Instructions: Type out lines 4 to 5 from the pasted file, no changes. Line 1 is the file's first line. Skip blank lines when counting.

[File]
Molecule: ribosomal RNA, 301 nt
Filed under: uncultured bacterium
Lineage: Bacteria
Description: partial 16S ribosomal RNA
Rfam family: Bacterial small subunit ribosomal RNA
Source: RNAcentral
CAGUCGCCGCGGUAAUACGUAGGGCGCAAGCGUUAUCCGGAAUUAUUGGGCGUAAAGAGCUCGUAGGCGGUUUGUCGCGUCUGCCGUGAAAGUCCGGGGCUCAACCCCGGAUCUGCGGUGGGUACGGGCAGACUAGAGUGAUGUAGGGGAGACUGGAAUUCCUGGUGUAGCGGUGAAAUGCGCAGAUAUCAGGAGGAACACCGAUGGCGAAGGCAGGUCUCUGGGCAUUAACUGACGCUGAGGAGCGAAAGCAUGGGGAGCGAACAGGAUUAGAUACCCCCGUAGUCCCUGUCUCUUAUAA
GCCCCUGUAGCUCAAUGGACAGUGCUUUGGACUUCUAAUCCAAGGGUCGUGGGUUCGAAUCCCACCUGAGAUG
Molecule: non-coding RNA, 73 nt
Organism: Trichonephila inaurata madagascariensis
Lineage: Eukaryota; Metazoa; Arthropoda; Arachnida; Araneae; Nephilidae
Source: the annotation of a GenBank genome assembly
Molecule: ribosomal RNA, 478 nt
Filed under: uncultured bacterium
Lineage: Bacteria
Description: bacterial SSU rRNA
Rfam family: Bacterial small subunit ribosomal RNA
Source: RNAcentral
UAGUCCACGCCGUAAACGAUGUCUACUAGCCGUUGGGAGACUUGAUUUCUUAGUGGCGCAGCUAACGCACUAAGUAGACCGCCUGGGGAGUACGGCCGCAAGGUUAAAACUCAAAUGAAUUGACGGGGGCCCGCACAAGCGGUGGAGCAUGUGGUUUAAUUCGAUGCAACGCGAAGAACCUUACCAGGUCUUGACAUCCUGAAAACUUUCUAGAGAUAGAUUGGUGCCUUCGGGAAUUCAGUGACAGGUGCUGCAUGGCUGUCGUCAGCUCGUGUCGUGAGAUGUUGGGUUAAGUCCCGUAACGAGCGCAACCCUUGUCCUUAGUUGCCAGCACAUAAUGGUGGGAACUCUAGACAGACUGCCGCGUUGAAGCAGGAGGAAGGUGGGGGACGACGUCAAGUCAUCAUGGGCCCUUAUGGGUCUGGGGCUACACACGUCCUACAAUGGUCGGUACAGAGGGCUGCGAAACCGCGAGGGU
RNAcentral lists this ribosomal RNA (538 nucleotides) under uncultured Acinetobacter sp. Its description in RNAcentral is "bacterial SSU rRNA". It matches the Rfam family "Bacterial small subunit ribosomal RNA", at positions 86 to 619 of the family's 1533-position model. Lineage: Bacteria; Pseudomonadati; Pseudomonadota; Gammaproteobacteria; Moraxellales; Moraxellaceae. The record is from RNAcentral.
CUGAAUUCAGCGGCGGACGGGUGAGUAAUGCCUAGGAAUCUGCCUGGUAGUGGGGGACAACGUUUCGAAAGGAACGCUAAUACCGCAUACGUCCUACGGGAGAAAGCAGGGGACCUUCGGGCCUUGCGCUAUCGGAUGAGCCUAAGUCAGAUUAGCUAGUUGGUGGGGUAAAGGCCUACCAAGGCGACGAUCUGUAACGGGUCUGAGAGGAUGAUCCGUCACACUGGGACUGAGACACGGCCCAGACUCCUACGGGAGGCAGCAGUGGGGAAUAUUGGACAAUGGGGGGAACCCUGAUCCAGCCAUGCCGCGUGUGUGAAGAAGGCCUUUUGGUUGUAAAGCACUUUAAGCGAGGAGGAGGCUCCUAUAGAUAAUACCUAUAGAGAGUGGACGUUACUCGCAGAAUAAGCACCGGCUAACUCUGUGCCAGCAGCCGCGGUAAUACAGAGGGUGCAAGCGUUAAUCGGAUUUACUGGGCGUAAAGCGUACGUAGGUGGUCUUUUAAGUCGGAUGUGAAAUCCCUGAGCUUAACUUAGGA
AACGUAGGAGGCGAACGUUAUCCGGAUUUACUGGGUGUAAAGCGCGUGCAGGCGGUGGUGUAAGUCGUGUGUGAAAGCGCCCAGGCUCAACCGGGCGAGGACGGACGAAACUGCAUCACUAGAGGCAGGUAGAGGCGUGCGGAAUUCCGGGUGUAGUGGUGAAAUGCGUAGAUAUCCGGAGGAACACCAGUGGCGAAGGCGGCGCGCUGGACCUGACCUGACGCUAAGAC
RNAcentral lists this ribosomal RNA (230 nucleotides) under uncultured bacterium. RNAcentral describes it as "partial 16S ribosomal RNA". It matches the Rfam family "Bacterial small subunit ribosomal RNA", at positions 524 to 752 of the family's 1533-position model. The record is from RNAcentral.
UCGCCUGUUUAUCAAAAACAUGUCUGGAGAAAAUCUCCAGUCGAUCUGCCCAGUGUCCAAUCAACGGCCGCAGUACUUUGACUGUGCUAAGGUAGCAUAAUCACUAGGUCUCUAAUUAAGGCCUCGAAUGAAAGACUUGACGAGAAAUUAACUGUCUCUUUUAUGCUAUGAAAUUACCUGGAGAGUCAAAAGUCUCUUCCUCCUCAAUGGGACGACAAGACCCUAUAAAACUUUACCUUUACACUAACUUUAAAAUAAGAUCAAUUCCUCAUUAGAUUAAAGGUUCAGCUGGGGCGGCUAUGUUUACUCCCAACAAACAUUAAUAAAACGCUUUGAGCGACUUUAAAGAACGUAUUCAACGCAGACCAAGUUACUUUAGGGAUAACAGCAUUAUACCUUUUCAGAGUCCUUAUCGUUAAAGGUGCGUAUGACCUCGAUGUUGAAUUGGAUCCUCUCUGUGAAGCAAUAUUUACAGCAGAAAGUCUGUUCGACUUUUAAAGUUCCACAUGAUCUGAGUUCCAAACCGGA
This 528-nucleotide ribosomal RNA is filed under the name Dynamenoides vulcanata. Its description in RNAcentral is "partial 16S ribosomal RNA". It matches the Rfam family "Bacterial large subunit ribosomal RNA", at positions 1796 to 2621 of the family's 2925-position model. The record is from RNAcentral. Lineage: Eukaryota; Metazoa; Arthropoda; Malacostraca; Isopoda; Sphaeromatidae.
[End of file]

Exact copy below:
Description: partial 16S ribosomal RNA
Rfam family: Bacterial small subunit ribosomal RNA